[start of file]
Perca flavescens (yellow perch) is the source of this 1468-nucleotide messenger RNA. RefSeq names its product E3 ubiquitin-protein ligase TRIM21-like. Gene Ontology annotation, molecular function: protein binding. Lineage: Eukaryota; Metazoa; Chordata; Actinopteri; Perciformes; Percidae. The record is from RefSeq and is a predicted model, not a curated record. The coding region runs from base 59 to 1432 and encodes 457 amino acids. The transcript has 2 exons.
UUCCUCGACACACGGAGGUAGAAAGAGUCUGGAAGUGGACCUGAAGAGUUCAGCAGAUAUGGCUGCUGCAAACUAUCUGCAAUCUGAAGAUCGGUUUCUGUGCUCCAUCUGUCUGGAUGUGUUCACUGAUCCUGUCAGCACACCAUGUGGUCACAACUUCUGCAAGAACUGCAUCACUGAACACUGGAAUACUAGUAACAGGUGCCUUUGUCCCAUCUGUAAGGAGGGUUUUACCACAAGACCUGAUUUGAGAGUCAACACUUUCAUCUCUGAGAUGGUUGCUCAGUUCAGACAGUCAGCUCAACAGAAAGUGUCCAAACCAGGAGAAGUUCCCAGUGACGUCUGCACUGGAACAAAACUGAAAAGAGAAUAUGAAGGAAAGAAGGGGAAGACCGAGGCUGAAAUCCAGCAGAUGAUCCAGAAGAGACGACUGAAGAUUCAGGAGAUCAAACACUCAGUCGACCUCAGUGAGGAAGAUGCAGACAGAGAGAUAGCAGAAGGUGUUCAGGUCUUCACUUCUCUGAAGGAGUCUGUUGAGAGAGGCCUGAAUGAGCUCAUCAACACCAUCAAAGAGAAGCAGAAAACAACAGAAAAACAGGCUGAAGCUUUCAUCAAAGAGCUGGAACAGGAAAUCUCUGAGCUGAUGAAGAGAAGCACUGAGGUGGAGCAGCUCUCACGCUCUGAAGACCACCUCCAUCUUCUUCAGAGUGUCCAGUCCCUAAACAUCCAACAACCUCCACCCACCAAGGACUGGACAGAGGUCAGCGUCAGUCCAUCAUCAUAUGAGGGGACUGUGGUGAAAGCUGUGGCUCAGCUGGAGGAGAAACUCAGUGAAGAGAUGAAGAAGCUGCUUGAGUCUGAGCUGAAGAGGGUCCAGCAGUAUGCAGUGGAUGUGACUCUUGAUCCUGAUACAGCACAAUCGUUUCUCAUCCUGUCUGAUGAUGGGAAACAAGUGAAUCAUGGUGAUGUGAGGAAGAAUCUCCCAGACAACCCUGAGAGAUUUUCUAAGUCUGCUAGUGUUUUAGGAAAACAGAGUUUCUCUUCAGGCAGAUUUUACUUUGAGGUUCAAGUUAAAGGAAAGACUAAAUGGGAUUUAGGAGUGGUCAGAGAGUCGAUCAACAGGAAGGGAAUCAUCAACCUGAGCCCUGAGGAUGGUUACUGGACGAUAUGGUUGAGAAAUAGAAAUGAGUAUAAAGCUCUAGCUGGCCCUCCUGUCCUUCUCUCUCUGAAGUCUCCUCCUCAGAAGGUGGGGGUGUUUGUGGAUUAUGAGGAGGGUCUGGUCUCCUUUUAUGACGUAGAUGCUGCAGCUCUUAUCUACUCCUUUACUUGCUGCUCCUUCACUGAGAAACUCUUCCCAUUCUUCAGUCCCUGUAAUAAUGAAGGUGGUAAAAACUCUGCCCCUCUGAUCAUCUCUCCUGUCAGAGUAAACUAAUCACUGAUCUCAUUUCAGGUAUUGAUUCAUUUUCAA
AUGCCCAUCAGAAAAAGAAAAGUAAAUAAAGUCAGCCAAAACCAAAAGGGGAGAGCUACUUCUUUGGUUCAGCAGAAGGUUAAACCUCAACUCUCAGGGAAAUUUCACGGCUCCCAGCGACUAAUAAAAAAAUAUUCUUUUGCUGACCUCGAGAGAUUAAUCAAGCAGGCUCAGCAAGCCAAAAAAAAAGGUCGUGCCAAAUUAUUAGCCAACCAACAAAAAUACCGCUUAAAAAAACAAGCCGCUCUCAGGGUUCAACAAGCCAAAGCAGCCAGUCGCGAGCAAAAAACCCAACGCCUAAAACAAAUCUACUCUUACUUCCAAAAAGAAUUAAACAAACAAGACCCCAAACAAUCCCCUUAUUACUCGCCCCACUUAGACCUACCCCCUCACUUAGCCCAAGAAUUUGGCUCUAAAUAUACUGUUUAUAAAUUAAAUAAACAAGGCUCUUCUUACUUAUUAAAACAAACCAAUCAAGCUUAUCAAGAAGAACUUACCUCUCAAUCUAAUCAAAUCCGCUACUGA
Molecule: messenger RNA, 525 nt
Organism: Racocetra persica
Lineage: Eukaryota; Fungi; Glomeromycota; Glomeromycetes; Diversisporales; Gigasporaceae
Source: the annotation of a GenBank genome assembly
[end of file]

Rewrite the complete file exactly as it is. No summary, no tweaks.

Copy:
Perca flavescens (yellow perch) is the source of this 1468-nucleotide messenger RNA. RefSeq names its product E3 ubiquitin-protein ligase TRIM21-like. Gene Ontology annotation, molecular function: protein binding. Lineage: Eukaryota; Metazoa; Chordata; Actinopteri; Perciformes; Percidae. The record is from RefSeq and is a predicted model, not a curated record. The coding region runs from base 59 to 1432 and encodes 457 amino acids. The transcript has 2 exons.
UUCCUCGACACACGGAGGUAGAAAGAGUCUGGAAGUGGACCUGAAGAGUUCAGCAGAUAUGGCUGCUGCAAACUAUCUGCAAUCUGAAGAUCGGUUUCUGUGCUCCAUCUGUCUGGAUGUGUUCACUGAUCCUGUCAGCACACCAUGUGGUCACAACUUCUGCAAGAACUGCAUCACUGAACACUGGAAUACUAGUAACAGGUGCCUUUGUCCCAUCUGUAAGGAGGGUUUUACCACAAGACCUGAUUUGAGAGUCAACACUUUCAUCUCUGAGAUGGUUGCUCAGUUCAGACAGUCAGCUCAACAGAAAGUGUCCAAACCAGGAGAAGUUCCCAGUGACGUCUGCACUGGAACAAAACUGAAAAGAGAAUAUGAAGGAAAGAAGGGGAAGACCGAGGCUGAAAUCCAGCAGAUGAUCCAGAAGAGACGACUGAAGAUUCAGGAGAUCAAACACUCAGUCGACCUCAGUGAGGAAGAUGCAGACAGAGAGAUAGCAGAAGGUGUUCAGGUCUUCACUUCUCUGAAGGAGUCUGUUGAGAGAGGCCUGAAUGAGCUCAUCAACACCAUCAAAGAGAAGCAGAAAACAACAGAAAAACAGGCUGAAGCUUUCAUCAAAGAGCUGGAACAGGAAAUCUCUGAGCUGAUGAAGAGAAGCACUGAGGUGGAGCAGCUCUCACGCUCUGAAGACCACCUCCAUCUUCUUCAGAGUGUCCAGUCCCUAAACAUCCAACAACCUCCACCCACCAAGGACUGGACAGAGGUCAGCGUCAGUCCAUCAUCAUAUGAGGGGACUGUGGUGAAAGCUGUGGCUCAGCUGGAGGAGAAACUCAGUGAAGAGAUGAAGAAGCUGCUUGAGUCUGAGCUGAAGAGGGUCCAGCAGUAUGCAGUGGAUGUGACUCUUGAUCCUGAUACAGCACAAUCGUUUCUCAUCCUGUCUGAUGAUGGGAAACAAGUGAAUCAUGGUGAUGUGAGGAAGAAUCUCCCAGACAACCCUGAGAGAUUUUCUAAGUCUGCUAGUGUUUUAGGAAAACAGAGUUUCUCUUCAGGCAGAUUUUACUUUGAGGUUCAAGUUAAAGGAAAGACUAAAUGGGAUUUAGGAGUGGUCAGAGAGUCGAUCAACAGGAAGGGAAUCAUCAACCUGAGCCCUGAGGAUGGUUACUGGACGAUAUGGUUGAGAAAUAGAAAUGAGUAUAAAGCUCUAGCUGGCCCUCCUGUCCUUCUCUCUCUGAAGUCUCCUCCUCAGAAGGUGGGGGUGUUUGUGGAUUAUGAGGAGGGUCUGGUCUCCUUUUAUGACGUAGAUGCUGCAGCUCUUAUCUACUCCUUUACUUGCUGCUCCUUCACUGAGAAACUCUUCCCAUUCUUCAGUCCCUGUAAUAAUGAAGGUGGUAAAAACUCUGCCCCUCUGAUCAUCUCUCCUGUCAGAGUAAACUAAUCACUGAUCUCAUUUCAGGUAUUGAUUCAUUUUCAA
AUGCCCAUCAGAAAAAGAAAAGUAAAUAAAGUCAGCCAAAACCAAAAGGGGAGAGCUACUUCUUUGGUUCAGCAGAAGGUUAAACCUCAACUCUCAGGGAAAUUUCACGGCUCCCAGCGACUAAUAAAAAAAUAUUCUUUUGCUGACCUCGAGAGAUUAAUCAAGCAGGCUCAGCAAGCCAAAAAAAAAGGUCGUGCCAAAUUAUUAGCCAACCAACAAAAAUACCGCUUAAAAAAACAAGCCGCUCUCAGGGUUCAACAAGCCAAAGCAGCCAGUCGCGAGCAAAAAACCCAACGCCUAAAACAAAUCUACUCUUACUUCCAAAAAGAAUUAAACAAACAAGACCCCAAACAAUCCCCUUAUUACUCGCCCCACUUAGACCUACCCCCUCACUUAGCCCAAGAAUUUGGCUCUAAAUAUACUGUUUAUAAAUUAAAUAAACAAGGCUCUUCUUACUUAUUAAAACAAACCAAUCAAGCUUAUCAAGAAGAACUUACCUCUCAAUCUAAUCAAAUCCGCUACUGA
Molecule: messenger RNA, 525 nt
Organism: Racocetra persica
Lineage: Eukaryota; Fungi; Glomeromycota; Glomeromycetes; Diversisporales; Gigasporaceae
Source: the annotation of a GenBank genome assembly